TREASURIES-Yields spike after weak seven-year auction

 (Recasts with seven-year auction, adds quotes, updates prices)
    By Karen Brettell
    NEW YORK, March 25 (Reuters) - Treasury yields jumped on
Thursday after the Treasury Department saw tepid interest for an
auction of seven-year notes for the second month in a row,
though yields came off their highs as quarter-end rebalancing
was seen as boosting demand for bonds.
    The $62 billion in seven-year notes sold at a high yield of
1.30%, two basis points higher than where the debt traded before
the sale. The bid-to-cover ratio was below average at 2.23
    “It shows you the market is still nervous,” said Gennadiy
Goldberg, an interest rate strategist at TD Securities in New
York. “It was a reminder to the market that supply events are
now risky.”
    The auction was in focus after very weak demand in a sale of
the notes last month sparked a dramatic selloff across all
Treasury maturities.
    Seven-year note yields got as high as 1.293%,
before retracing to 1.217%. Benchmark 10-year note yields
 rose to 1.642%, before falling back to 1.616%.
    Yields have surged this year on optimism that the economy
will recover quickly from COVID-19 related business shutdowns.
    Expectations that the Fed could be closer to paring bond
purchases as the economy improves have added to bond weakness.
At the same time the U.S. central bank has committed to holding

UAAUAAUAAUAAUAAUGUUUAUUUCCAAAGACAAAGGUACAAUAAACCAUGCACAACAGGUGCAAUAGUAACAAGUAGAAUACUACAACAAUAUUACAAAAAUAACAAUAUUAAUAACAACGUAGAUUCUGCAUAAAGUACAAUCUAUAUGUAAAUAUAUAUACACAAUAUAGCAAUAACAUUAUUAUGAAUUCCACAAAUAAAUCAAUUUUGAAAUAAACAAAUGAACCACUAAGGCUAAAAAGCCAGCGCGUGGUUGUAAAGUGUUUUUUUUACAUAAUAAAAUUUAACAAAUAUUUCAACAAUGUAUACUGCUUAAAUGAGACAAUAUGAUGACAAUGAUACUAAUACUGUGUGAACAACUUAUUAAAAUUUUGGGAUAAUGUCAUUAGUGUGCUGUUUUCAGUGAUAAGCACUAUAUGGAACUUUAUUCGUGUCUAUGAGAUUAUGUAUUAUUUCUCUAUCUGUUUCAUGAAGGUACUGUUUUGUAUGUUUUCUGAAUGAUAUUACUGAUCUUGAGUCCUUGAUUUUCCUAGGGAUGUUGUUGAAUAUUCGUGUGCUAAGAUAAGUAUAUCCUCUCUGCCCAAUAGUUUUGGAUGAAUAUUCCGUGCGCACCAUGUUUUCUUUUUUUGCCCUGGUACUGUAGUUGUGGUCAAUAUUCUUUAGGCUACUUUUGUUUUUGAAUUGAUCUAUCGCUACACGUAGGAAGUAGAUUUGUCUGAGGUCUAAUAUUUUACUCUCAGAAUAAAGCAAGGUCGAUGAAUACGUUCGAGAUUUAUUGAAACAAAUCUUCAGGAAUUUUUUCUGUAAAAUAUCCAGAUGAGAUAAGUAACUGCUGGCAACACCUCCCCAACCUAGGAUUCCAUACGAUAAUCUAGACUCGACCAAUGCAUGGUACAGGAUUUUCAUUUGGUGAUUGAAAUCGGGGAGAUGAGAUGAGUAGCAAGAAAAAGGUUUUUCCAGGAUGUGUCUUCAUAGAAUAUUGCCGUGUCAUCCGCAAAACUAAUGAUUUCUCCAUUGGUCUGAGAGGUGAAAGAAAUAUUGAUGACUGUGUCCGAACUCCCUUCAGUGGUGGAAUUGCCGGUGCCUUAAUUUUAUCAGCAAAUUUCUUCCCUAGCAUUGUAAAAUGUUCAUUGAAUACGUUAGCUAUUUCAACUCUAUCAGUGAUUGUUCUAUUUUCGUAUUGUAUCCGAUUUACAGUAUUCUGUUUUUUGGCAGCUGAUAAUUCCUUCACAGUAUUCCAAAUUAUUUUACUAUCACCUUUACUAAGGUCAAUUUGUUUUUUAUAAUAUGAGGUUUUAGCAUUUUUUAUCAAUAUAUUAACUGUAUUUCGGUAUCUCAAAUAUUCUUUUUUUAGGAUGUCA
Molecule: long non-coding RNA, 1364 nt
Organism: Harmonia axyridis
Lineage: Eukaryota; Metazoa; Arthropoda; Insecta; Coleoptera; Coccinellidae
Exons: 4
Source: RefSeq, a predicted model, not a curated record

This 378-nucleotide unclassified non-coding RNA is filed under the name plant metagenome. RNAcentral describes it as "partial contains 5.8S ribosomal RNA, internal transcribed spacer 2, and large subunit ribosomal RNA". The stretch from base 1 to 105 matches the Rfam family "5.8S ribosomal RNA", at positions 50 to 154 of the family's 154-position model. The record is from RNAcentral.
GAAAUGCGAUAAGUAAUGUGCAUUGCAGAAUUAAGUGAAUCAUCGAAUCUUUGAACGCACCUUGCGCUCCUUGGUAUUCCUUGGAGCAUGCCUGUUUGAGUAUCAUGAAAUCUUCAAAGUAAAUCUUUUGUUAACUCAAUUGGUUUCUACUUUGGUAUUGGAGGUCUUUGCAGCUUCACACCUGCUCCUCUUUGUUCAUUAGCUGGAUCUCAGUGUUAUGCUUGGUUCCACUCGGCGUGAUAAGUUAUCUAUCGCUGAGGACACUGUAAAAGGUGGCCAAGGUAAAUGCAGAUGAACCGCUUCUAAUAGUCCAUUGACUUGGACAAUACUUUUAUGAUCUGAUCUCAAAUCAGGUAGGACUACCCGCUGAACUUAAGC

rates near zero for years to come, which could spur stronger
economic growth and higher inflation.
    Rising supply is an additional headwind for the market after
the Federal government launched new stimulus and plans trillions
in infrastructure spending.
    “People are really starting to worry about deficits and
infrastructure programs that may be coming down the road,” said
Tom di Galoma, a managing director at Seaport Global Holdings in
New York.
    Investors are “backing away from bidding aggressively for
Treasury debt," di Galoma said. “There’s too much coming down
the road that could severely push rates higher.”
    U.S. President Joe Biden next week will travel to Pittsburgh
to unveil a multitrillion-dollar plan to rebuild America's
    A short burst of selling on Thursday morning was also seen
with a brief spike in trading volumes in long-dated Treasury
futures, while the five-year, 30-year Treasury yield curve
steepened relatively sharply.
    Still, demand for bonds as investors rebalance portfolios
for quarter-end is seen as likely to support the market in the
coming days.
    “We’re focused on the flows associated with rotation out of
equities and into bonds as people close the books on the first
quarter of 2021,” said Ian Lyngen, head of U.S. rates strategy
at BMO Capital Markets in New York.
    March 25 Thursday 3:00PM New York / 1900 GMT
                               Price        Current   Net
                                            Yield %   Change
 Three-month bills             0.02         0.0203    0.000
 Six-month bills               0.035        0.0355    -0.005
 Two-year note                 99-250/256   0.1367    -0.008
 Three-year note               99-224/256   0.2923    -0.008
 Five-year note                99-170/256   0.8187    -0.017
 Seven-year note               99-24/256    1.262     -0.007
 10-year note                  95-136/256   1.6156    0.002
 20-year bond                  94-80/256    2.2305    0.023
 30-year bond                  90-44/256    2.3335    0.018
   DOLLAR SWAP SPREADS                                
                               Last (bps)   Net       
 U.S. 2-year dollar swap        11.75         0.50    
 U.S. 3-year dollar swap        13.50         0.25    
 U.S. 5-year dollar swap         9.75        -1.00    
 U.S. 10-year dollar swap        3.00         1.25    
 U.S. 30-year dollar swap      -24.00         1.25    
 spread (Editing by Nick Zieminski)